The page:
Epithelial ovarian cancer is the leading cause of death from gynecologic malignancies. In 1996, an estimated 26,000 new cases were diagnosed, and approximately 14,000 women died of this disease in the United States alone. Between 75% and 80% of ovarian cancer patients present with advanced disease at diagnosis, and these patients have a 5-year survival rate of 21%.[2,3]
Initial treatment of ovarian cancer includes debulking surgery followed by platinum-based combination therapy.[2,3] These therapiescisplatin (Platinol) or carboplatin (Paraplatin) in combination with cyclophosphamide or paclitaxel (Taxol)are associated with severe and debilitating toxicities, including nausea and vomiting, peripheral neuropathy, ototoxicity, renal damage, and hematologic toxicity.
Despite relatively high clinical response rates, a majority of patients will develop recurrent disease and require additional therapy within 3 years.[5-7] Patients whose disease is refractory to these first-line agents or whose disease relapses within 6 months of therapy are not candidates for additional platinum-based chemotherapy. Also, many relapsed patients are unable to tolerate additional courses of these drugs due to cumulative toxicities.
Current options for single-agent salvage therapy include the intravenously administered agents paclitaxel and topotecan (Hycamtin) and the orally administered agents etoposide and altretamine (Hexalen). Response rates for these agents are similar, ranging from 14% to 26%, while the type and incidence of adverse events with use of these agents are variable.[8-18]
Since second-line therapy for ovarian cancer is almost always palliative, selection of a chemotherapy agent depends on efficacy, safety, and impact on the patients quality of life. Availability of reimbursement to the patient and the financial impact on the health care system are also major considerations.
Under current regulations, Medicare will reimburse outpatient drug costs for oral chemotherapy drugs and supportive agents only when the drug is also available as a marketed intravenous formulation.
This policy is restrictive to the development and utilization of orally administered agents, despite evidence that 89% of cancer patients prefer oral over intravenous chemotherapy (when efficacy is equal). Oral treatments are often not even offered to Medicare patients due to concern over significant out-of-pocket costs.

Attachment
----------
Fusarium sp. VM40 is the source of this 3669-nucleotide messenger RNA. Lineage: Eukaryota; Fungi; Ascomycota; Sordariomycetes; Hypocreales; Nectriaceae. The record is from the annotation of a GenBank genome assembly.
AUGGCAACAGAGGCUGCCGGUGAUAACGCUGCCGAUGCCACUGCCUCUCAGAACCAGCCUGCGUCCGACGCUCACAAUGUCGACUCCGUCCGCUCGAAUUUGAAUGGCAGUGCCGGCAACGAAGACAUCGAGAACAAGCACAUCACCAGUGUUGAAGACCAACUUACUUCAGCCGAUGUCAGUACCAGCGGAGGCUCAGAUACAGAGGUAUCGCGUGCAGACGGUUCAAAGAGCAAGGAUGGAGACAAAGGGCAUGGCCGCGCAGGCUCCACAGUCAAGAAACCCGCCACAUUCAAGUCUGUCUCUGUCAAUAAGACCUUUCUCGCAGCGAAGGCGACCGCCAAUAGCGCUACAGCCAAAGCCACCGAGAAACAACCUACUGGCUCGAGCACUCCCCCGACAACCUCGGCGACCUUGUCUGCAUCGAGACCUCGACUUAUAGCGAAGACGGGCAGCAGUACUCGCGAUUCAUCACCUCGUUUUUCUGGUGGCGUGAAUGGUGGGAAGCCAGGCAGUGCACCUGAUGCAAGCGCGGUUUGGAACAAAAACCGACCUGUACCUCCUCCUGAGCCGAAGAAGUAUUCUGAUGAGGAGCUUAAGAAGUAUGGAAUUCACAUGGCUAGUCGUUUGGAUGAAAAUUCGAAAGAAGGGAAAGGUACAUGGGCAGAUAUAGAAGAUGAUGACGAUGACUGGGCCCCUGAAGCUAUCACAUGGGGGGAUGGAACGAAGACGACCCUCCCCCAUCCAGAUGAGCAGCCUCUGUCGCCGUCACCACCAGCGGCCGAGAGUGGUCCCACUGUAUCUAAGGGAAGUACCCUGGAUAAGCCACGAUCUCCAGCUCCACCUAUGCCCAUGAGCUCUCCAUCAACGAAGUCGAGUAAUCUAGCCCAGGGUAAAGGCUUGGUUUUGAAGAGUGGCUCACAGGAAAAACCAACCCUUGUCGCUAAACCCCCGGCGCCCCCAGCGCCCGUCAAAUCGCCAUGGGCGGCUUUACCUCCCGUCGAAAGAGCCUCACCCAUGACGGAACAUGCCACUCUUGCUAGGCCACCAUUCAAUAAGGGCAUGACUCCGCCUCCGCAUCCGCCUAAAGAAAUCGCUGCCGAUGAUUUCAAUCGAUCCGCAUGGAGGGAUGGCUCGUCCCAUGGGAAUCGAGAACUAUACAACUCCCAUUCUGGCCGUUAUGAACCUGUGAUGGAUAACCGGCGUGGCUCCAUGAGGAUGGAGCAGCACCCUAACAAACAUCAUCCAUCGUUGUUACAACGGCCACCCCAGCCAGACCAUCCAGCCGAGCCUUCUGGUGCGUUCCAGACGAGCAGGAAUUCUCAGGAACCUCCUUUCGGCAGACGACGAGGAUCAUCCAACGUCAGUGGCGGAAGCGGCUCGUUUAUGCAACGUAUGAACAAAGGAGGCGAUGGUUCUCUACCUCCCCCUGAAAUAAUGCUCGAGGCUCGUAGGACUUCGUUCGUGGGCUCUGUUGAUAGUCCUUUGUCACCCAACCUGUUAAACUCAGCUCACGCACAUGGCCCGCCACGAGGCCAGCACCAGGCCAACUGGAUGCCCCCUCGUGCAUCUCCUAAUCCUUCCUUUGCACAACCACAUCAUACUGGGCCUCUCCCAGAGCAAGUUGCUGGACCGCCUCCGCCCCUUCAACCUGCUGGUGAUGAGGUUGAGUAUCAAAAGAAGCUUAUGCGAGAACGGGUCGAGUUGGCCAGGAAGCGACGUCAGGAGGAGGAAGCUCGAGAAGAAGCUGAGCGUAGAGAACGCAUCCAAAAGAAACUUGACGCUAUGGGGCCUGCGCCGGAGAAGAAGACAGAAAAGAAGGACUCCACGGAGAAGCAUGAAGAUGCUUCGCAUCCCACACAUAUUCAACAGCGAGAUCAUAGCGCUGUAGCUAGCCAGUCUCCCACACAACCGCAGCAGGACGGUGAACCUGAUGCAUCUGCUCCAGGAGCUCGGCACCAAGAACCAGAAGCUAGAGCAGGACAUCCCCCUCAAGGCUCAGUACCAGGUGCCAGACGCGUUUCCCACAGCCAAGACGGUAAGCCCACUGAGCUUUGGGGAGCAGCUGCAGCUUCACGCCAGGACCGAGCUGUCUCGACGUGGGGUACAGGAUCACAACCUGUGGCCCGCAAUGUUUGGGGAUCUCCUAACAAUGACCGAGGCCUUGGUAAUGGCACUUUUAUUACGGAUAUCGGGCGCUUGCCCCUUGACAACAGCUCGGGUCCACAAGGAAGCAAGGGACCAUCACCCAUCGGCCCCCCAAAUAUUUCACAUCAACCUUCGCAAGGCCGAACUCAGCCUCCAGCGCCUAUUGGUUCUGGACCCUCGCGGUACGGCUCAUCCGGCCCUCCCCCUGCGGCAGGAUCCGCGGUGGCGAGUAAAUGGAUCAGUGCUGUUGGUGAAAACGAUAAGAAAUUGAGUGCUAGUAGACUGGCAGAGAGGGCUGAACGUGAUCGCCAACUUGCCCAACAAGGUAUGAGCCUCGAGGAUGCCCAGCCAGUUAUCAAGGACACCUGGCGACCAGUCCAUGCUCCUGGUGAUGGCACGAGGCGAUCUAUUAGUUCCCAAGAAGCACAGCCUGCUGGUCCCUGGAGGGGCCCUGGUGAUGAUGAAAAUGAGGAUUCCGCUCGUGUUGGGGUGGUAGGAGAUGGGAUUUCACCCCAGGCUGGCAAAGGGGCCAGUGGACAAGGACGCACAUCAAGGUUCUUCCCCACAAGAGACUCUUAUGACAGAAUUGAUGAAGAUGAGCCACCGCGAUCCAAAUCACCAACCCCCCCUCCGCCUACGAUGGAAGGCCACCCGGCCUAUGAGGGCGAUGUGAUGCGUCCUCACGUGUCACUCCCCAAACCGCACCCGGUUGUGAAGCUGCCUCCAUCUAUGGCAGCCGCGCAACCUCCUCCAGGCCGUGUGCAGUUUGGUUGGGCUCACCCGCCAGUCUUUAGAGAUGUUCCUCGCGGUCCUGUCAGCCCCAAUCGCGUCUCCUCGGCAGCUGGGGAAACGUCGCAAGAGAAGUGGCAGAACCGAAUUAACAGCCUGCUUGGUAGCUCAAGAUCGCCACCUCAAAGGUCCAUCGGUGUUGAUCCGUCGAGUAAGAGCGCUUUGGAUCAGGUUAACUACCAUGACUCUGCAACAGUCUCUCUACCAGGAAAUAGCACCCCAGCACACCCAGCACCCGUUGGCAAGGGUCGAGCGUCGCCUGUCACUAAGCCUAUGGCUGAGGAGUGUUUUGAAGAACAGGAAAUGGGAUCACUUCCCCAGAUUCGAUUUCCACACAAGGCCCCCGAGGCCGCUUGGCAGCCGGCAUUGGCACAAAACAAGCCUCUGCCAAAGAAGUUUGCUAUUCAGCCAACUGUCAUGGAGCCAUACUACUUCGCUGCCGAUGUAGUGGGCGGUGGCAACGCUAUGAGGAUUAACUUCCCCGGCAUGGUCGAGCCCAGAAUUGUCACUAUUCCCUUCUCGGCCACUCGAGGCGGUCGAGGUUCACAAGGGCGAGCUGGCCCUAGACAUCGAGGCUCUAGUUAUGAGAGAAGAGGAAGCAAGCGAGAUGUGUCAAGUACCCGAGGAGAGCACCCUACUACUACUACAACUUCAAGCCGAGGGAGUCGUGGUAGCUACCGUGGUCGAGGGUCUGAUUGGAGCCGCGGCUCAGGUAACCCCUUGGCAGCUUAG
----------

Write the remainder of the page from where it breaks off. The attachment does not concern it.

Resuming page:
In an effort to demonstrate the need for reconsideration of reimbursement policies for oral therapies for cancer, we have analyzed the cost of outpatient single-agent salvage therapy for ovarian cancer, accounting for differences in administration protocols and differences in the incidence and treatment of adverse events.
Based on a literature search of published data, we derived, for each agent, tumor response rate, range of median survival times, adverse event incidence and treatment regimens, and chemotherapy comedication protocols (Table 1).
Adverse event treatment regimens and chemotherapy comedication protocols were modified (where necessary) by survey of gynecologic oncology nurse clinicians at three major medical centers to reflect routine clinical practice. A cost analysis model, including the administration protocol and toxicity incidence for each regimen, was then applied.
Costs for physician services were determined based on oncology outpatient Medicare reimbursement protocols, utilizing 1996 Relative Value Units and the Primary Care Conversion Factor.[21,22] The local Geographical Practice Cost Indices were not included in the calculations in order to maintain generalizability of the data. Medication costs were based on those published in the 1996 US Average Wholesale Price Index. Costs for laboratory fees and blood products were obtained from hospital fee lists for Medicare reimbursement.